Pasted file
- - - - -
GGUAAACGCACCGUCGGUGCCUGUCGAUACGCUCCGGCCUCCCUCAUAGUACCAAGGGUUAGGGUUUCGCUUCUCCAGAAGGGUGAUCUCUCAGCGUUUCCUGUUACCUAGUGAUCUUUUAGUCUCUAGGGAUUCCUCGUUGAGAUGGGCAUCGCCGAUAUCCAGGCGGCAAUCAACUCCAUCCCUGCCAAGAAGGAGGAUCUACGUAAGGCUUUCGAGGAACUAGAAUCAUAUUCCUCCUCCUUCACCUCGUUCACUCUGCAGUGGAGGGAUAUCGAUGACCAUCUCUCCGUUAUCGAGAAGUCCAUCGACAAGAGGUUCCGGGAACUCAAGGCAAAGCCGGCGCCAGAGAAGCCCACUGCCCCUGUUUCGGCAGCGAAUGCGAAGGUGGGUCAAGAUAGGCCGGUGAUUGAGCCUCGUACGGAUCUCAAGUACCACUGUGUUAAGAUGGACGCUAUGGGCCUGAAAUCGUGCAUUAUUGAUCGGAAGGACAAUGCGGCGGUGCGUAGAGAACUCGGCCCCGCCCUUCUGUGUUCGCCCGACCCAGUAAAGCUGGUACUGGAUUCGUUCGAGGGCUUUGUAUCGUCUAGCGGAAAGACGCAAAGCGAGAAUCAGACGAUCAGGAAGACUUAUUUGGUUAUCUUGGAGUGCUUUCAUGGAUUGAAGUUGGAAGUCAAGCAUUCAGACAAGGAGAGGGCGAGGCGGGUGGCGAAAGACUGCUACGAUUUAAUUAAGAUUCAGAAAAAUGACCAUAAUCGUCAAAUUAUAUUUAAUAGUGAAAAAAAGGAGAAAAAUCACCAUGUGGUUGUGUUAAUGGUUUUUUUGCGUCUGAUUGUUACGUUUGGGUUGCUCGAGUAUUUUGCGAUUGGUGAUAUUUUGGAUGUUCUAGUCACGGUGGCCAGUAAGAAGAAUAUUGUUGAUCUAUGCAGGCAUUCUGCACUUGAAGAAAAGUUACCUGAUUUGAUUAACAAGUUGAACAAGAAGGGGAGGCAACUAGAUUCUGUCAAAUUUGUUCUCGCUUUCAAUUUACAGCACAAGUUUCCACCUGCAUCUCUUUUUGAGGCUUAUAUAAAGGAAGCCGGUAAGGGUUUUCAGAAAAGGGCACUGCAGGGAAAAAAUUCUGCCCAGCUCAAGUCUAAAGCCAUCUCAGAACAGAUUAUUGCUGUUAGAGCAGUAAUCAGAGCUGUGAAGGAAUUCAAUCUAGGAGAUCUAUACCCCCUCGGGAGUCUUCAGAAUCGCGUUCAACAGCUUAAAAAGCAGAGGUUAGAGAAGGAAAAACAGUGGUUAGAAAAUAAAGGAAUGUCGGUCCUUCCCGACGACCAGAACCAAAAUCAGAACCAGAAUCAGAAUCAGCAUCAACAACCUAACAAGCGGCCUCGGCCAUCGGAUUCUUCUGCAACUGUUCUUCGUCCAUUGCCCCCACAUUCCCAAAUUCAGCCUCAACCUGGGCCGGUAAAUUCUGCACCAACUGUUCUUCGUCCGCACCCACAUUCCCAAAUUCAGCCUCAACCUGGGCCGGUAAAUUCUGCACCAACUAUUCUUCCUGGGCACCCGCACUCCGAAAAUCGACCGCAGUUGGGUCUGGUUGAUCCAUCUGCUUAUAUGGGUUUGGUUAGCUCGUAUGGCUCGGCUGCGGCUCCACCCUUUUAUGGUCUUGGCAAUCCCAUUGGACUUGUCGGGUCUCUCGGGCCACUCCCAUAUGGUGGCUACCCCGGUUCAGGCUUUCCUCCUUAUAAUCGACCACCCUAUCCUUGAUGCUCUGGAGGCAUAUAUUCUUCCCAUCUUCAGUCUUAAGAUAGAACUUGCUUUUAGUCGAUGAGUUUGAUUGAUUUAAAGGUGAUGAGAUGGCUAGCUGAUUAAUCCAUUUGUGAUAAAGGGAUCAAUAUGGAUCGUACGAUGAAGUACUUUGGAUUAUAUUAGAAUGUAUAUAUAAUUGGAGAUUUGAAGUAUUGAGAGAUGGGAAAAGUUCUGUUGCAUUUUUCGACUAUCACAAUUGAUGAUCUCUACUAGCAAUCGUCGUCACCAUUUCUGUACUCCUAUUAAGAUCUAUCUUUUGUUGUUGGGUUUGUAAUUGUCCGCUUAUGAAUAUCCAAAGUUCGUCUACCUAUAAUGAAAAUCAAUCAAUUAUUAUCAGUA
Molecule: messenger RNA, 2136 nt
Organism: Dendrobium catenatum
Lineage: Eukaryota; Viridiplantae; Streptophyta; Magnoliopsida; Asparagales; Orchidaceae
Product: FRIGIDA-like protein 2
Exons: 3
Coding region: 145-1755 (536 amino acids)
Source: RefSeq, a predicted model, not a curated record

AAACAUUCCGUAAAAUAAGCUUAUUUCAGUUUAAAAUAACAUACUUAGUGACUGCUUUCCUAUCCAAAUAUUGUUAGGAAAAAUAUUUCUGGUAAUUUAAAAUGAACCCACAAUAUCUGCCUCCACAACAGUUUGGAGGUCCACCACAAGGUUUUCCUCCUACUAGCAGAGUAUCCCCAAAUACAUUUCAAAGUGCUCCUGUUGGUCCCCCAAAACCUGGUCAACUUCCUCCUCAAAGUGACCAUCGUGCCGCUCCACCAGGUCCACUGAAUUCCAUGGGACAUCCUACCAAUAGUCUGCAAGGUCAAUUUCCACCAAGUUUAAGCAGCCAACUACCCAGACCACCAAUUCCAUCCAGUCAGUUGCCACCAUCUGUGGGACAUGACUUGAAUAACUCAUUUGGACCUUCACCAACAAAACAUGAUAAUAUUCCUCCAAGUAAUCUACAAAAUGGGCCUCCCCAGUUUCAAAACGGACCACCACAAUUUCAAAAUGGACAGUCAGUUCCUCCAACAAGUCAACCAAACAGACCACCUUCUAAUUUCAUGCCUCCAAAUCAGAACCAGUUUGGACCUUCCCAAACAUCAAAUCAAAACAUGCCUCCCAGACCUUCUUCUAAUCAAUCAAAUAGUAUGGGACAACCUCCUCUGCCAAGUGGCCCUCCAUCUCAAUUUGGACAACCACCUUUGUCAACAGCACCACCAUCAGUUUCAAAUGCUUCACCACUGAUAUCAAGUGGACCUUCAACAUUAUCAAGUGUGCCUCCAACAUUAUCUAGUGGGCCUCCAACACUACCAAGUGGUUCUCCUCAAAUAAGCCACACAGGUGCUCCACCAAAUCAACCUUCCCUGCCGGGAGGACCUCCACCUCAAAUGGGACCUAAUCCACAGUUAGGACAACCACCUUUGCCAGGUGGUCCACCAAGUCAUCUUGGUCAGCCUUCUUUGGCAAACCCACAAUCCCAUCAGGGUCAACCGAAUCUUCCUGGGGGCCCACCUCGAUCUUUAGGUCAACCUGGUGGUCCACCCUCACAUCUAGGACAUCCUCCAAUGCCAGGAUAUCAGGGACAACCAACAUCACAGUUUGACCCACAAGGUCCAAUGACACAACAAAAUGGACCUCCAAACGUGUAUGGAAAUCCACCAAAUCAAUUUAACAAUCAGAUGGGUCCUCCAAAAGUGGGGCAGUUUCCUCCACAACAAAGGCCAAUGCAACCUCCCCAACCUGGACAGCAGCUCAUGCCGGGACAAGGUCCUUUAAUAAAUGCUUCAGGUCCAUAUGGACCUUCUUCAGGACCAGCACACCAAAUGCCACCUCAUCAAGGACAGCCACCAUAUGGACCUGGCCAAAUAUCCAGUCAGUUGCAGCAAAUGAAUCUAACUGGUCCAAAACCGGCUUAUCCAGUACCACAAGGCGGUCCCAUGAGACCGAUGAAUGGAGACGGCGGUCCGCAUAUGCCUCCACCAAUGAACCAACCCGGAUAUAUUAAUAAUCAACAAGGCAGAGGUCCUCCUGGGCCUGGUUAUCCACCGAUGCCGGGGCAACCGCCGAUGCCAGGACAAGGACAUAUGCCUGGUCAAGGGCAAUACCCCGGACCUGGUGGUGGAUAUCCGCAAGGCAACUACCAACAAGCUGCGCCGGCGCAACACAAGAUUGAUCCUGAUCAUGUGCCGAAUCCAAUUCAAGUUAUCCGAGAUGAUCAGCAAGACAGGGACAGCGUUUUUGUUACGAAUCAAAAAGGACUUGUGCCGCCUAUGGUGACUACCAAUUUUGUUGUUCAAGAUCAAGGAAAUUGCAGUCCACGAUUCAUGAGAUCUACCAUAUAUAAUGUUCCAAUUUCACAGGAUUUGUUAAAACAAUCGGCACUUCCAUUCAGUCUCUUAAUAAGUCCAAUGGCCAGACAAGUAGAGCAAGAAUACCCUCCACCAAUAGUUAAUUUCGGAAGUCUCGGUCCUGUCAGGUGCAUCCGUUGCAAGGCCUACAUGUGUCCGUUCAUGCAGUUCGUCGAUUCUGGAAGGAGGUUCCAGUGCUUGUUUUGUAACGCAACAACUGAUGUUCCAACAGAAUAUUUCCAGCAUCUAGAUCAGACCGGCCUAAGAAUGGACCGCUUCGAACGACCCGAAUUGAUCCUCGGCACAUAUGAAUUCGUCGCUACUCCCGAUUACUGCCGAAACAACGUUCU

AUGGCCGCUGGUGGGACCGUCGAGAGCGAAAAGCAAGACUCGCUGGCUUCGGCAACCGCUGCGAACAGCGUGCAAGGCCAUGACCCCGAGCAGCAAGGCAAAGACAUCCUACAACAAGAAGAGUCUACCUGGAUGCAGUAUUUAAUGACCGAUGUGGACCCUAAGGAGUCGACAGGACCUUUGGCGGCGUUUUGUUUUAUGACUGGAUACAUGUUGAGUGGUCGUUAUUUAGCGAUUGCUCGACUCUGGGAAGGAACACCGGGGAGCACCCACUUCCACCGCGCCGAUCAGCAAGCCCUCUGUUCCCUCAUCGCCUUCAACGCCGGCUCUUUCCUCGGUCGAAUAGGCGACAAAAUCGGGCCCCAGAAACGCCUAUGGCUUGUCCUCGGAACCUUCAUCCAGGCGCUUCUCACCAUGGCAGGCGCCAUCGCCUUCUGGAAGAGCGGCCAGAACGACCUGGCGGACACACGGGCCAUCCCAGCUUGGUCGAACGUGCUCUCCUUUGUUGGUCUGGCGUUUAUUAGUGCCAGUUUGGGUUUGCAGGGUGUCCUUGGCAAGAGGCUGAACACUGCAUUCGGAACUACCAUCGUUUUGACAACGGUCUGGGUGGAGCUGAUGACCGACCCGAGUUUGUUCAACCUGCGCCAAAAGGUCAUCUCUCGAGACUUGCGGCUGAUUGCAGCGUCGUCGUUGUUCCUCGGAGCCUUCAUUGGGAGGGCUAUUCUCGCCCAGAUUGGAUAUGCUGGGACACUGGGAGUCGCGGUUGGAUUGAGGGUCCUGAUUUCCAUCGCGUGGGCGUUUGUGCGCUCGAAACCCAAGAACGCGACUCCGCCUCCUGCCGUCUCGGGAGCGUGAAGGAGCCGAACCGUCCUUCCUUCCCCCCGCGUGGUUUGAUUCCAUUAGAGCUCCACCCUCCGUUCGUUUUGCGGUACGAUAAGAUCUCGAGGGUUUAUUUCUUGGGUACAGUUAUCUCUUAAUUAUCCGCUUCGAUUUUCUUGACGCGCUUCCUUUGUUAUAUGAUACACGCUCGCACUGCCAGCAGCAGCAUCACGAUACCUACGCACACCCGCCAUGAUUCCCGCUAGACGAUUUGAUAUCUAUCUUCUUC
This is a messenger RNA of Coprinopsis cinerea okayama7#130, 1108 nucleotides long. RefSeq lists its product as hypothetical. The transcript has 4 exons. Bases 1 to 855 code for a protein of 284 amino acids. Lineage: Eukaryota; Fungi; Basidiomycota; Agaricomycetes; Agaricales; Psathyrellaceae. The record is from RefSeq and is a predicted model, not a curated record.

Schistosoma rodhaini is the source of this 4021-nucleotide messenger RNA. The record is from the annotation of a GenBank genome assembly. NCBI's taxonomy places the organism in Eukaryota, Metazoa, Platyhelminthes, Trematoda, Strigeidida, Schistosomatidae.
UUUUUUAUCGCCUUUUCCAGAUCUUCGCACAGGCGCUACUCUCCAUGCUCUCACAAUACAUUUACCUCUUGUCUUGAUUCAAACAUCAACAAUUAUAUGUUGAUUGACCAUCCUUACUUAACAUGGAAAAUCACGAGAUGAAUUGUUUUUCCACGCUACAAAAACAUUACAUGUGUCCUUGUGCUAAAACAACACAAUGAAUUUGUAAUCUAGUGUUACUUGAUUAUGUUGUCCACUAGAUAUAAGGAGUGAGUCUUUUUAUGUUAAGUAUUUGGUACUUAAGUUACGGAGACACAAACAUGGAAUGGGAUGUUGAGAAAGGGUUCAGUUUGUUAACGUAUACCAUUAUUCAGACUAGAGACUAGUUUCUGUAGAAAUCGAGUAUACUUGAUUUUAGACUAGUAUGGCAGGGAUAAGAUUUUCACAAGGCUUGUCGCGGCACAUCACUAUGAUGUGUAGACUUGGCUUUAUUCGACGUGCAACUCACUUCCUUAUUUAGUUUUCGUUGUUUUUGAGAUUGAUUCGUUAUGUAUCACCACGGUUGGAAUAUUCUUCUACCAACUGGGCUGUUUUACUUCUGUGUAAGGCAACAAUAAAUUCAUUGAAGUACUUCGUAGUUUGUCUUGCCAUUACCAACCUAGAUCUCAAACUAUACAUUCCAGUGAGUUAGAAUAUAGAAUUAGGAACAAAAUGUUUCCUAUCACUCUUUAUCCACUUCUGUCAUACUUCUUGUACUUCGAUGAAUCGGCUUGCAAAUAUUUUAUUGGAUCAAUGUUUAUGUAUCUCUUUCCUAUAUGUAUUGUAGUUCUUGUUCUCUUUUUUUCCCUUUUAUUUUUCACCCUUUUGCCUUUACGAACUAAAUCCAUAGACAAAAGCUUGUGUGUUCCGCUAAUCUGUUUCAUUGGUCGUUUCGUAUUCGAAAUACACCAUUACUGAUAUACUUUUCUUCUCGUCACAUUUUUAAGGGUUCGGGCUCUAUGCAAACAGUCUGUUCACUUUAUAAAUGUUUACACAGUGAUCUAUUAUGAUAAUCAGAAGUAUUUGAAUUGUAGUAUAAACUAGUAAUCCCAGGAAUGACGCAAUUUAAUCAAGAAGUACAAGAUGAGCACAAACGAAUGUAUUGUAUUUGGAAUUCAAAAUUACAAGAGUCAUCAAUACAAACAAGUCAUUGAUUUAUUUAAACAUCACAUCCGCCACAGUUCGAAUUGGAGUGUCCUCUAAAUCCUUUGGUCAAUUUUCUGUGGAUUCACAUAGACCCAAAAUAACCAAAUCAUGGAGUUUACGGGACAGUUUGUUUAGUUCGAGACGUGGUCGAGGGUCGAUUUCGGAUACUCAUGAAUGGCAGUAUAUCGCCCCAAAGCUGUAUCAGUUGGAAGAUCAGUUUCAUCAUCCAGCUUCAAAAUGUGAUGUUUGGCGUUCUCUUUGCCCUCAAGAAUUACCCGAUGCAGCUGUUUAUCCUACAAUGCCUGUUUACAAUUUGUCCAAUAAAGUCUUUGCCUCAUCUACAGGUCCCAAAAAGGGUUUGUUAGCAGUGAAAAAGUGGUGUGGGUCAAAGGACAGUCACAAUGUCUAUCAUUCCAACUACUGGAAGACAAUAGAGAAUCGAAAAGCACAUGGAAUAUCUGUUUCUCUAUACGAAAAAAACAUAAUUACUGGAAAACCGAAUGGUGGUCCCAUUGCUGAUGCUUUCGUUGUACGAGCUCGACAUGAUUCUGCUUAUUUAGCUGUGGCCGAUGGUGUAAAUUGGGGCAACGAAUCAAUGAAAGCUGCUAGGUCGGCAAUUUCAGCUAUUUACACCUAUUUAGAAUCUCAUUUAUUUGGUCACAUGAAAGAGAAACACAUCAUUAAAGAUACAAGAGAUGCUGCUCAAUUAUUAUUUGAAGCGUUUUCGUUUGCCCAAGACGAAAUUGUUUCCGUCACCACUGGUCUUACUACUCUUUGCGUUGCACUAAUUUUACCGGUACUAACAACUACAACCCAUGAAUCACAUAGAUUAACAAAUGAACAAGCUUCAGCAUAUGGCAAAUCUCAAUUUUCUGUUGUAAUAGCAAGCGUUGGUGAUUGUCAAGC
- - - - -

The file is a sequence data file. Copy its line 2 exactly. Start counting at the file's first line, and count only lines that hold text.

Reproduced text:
Molecule: messenger RNA, 2136 nt